After the expansion: Are you ready for what might come next?

Diversification has been in hibernation during this bull market, but it may be coming out of its slumber

Assuming we don’t fall into recession during the next four months, July 2019 will mark a new record for the longest US economic expansion since the National Bureau of Economic Research started tracking economic cycles way back in the 1850s.  Throughout this expansion, holding assets other than stocks has come at a steeper cost in terms of underperformance. But while investors may be feeling frustrated by the results of their diversification strategies, I believe it’s important to examine what can happen in the years following an expansion. History tells us that this is when the benefits of diversification have been most apparent.

What did we learn from the last longest expansion?

The current record for the longest expansion belongs to the 10-year period that began in April 1991 and ended March 31, 2001. When looking at this “1990s expansion” compared to today’s, we see that the penalty for owning assets outside the S&P 500 Index has been more severe this cycle as compared to the last.

The table below provides a comparison of major asset classes during both expansions. It is interesting to note that US and international stocks (the S&P 500 and MSCI EAFE indexes) have provided similar absolute and relative returns. What is even more interesting is the difference in commodity returns as the Bloomberg Commodity Index has delivered negative returns during this expansion. Bond results have also been notably lower, and the penalty for holding cash has been made more severe by the Federal Reserve’s zero interest rate policy.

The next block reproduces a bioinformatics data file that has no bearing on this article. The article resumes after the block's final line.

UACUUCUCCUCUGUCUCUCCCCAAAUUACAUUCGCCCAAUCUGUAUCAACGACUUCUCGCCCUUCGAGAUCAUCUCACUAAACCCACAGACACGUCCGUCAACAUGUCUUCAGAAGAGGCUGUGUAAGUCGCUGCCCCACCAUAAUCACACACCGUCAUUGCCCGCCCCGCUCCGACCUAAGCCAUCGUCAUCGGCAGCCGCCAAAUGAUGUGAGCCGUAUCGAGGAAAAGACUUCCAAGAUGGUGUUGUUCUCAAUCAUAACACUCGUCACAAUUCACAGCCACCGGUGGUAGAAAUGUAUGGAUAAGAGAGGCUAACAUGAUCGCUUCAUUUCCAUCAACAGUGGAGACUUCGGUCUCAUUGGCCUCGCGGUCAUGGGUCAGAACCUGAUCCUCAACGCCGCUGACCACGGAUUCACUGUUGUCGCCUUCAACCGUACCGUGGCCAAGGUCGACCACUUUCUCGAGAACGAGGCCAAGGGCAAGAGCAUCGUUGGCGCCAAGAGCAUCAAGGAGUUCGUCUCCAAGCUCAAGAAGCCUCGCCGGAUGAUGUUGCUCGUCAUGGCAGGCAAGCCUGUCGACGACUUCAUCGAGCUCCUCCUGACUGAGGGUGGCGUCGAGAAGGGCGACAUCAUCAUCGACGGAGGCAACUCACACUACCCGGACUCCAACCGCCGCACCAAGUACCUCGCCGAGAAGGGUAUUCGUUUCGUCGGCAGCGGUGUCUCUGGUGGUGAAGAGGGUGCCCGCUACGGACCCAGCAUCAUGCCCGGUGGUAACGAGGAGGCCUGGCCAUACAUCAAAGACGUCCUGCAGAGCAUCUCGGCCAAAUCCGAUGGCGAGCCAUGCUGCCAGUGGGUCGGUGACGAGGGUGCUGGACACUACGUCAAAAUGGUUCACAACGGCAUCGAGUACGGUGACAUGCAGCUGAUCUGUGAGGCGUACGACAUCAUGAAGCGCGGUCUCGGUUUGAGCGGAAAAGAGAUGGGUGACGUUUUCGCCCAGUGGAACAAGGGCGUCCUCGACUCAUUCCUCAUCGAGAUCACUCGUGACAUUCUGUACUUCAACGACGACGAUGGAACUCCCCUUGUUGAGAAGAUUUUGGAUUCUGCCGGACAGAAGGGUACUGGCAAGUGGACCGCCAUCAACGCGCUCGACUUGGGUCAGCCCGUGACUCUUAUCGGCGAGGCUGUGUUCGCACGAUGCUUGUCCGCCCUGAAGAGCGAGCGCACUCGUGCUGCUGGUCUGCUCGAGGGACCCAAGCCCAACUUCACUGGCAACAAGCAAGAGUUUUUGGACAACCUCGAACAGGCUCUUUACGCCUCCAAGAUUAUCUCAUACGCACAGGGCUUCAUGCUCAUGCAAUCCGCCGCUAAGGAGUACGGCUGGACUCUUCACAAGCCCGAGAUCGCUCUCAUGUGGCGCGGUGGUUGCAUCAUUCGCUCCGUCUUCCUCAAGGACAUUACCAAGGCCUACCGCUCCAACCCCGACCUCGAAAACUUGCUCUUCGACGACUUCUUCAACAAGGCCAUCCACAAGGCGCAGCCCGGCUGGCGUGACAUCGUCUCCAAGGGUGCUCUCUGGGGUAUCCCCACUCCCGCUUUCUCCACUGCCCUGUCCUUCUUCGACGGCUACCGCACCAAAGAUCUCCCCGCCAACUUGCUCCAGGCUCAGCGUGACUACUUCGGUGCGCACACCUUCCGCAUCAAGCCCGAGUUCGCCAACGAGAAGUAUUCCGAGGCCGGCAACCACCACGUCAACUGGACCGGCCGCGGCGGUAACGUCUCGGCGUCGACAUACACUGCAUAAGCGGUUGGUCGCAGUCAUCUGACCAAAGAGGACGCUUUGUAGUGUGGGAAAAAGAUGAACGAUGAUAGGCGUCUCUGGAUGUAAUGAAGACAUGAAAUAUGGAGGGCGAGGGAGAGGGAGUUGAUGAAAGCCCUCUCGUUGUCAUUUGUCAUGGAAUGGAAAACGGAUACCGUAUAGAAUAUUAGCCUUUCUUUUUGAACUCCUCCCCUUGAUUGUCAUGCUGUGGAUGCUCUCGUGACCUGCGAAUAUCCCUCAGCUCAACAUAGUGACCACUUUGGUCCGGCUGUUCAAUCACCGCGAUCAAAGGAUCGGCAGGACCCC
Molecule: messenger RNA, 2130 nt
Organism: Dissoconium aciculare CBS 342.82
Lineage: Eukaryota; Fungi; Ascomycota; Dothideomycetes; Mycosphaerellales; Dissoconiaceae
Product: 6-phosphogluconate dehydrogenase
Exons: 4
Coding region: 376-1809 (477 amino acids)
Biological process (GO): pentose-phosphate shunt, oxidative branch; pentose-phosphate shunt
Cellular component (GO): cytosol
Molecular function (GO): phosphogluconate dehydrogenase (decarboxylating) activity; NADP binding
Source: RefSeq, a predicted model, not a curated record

1990s Expansion
(April 01, 1991 –
March 31, 2001)
Current Expansion
(July 1, 2009 –
January 31, 2019)
US stocks
S&P 500 Index
 14.42%  14.27%
International stocks
 5.90%  6.46%
Bloomberg Commodity Index
 5.85%  -3.87%
Barclays Long Treasury Index
 9.84%  5.74%
Barclays 3-Month Treasury Bill Index
 4.98%  0.42%


Source: Datstream as of Feb. 28, 2019

For investors feeling frustrated with diversification, the major point to emphasize is that we have been here before. I recall that by the end of the 1990s, many pundits were declaring the death of diversification, and the mantra around bonds was that they were only good for getting out of jail. But the next decade witnessed a reversal in these trends as bonds and commodities outperformed US stocks during the first decade of the 2000s, as shown below.

2001 Recession
(April 1, 2001 – November 30, 2001)
Post 2001 Recession Expansion
(December 1, 2001 – November 30, 2007)
Global Financial Crisis
(December 1, 2007 – June 30, 2009)
US stocks
S&P 500 Index


 6.35  -24.16
International stocks
 -9.50  14.88  -27.77
Bloomberg Commodity Index
 -11.80  14.87  -19.85
Barclays US Long Treasury Index
 4.78  7.14  5.41
Barclays 3-Month Treasury Bill Index
 2.71  2.84  1.66


Source: Datstream as of Feb. 28, 2019

The long and short-term benefits of diversification